Most investors don't strike it rich overnight, and if they do there's a good chance that the sudden good fortune won't last. The best way to find long-term success on Wall Street is to do it methodically and slowly, picking companies that have strong business plans that will grow their operations over time.
With a dividend yield of roughly 5%, The Bank of Nova Scotia (BNS 0.98%) also has an attractive business positioned for long-term success. Here's what you need to know about this high-yield dividend stock.
Boring at the center
Bank of Nova Scotia is one of the largest banks in Canada. Its business dealings in Canada make up around two-thirds of the company's earnings. This is important because Canada has a highly regulated banking sector. The largest players, which include Bank of Nova Scotia (the No. 3 bank in the country), have massive market shares that are basically protected by all the regulations. That's not to suggest that there's no competition, but it would be hard to displace one of the big Canadian banks, and big bank mergers are frowned upon.
The Canadian influence is notable, in that the bank has a strong tier-1 capital ratio of 12%. This number basically provides insight into how well a bank can handle adversity, and 12% is fairly strong -- Bank of America's ratio is 10.4%. Adding to the allure here, Bank of Nova Scotia, unlike some of its U.S. peers, didn't end up cutting its dividend during the Great Recession. In fact, it has increased its dividend in 43 of the last 45 years. It has clearly managed adversity well over time, while also managing to reward investors via a growing dividend.
The exciting piece of the story
For more conservative investors, Toronto-Dominion Bank (TD -0.47%) would probably be a better fit than Bank of Nova Scotia, because TD Bank's business is spread across Canada and the United States. But while TD Bank has room to grow in the U.S. market, long-term investors have to go in knowing that the U.S. is a mature country, and that limits the company's growth potential. That's why more aggressive types with long time horizons might prefer Bank of Nova Scotia, which has modest exposure to the United States (6% of earnings) and a fairly material presence in South America (nearly 30% of earnings, combined).
The list of countries in which Bank of Nova Scotia operates includes Mexico (where it's the fifth-largest bank in the country), Chile (third-largest bank), Peru (third-largest bank), and Columbia (sixth-largest bank). These are some of the most important economies in the region, and offer more attractive long-term growth opportunities than more developed markets like Canada and the United States. To be fair, Bank of Nova Scotia isn't the leading player in any of these nations, which makes sense given that it hails from Canada. But that just means there's more room for growth as it expands its business in each of these countries and others (like Brazil). Notably, using the bank gives residents of these countries access to banking in the United States and Canada should they travel northward for some reason.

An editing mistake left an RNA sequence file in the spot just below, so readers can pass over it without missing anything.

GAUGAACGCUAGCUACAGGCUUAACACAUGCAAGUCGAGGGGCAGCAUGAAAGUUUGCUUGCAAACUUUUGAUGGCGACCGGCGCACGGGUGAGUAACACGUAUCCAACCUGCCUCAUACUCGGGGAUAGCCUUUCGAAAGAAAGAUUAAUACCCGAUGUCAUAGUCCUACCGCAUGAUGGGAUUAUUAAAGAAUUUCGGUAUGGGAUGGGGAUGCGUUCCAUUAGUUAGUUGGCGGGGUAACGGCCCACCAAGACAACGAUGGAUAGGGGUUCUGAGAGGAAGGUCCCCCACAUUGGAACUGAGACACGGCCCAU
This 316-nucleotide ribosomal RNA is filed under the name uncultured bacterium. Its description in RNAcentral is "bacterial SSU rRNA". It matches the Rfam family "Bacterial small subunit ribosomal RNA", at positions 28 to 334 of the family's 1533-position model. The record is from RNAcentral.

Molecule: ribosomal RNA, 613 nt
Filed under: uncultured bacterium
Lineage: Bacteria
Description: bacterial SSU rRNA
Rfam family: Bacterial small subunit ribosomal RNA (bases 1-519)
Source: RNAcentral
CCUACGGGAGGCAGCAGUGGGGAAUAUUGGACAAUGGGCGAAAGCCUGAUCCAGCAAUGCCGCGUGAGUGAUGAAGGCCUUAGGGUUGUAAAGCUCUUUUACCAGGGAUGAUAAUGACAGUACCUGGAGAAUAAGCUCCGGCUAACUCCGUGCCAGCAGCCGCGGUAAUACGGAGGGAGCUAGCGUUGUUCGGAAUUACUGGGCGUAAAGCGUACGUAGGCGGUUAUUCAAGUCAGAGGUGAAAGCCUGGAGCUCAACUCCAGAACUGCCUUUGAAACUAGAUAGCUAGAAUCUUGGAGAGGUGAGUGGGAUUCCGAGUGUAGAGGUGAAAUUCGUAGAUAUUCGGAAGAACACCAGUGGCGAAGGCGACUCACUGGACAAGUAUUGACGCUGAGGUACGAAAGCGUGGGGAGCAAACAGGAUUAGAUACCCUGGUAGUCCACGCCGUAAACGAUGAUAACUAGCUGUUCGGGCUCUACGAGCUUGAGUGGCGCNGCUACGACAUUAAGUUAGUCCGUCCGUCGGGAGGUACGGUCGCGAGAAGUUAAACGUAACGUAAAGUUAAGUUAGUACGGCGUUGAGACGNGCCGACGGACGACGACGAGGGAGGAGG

There's no question that operating in emerging markets increases risk, which is partly why Bank of Nova Scotia's yield is so high. For reference, TD Bank's dividend yield is a far more modest 3.8%. But there is a risk/reward trade-off here, since operating in emerging markets is likely to provide more growth potential over the long term than TD Bank's U.S. exposure. And it's not like Bank of Nova Scotia is ignoring the U.S. market.
If you have a strong stomach
With investors worried about a recession, it might not be easy to jump on a higher-risk name like Bank of Nova Scotia. That's understandable -- but if you have a long-term focus, its mix of a solid Canadian operation and a growing South American business is unique, and offers notable growth appeal. If you are the buy-and-hold type, this is a name that could stay in your portfolio for a very, very long time, rewarding you with dividend income and business growth.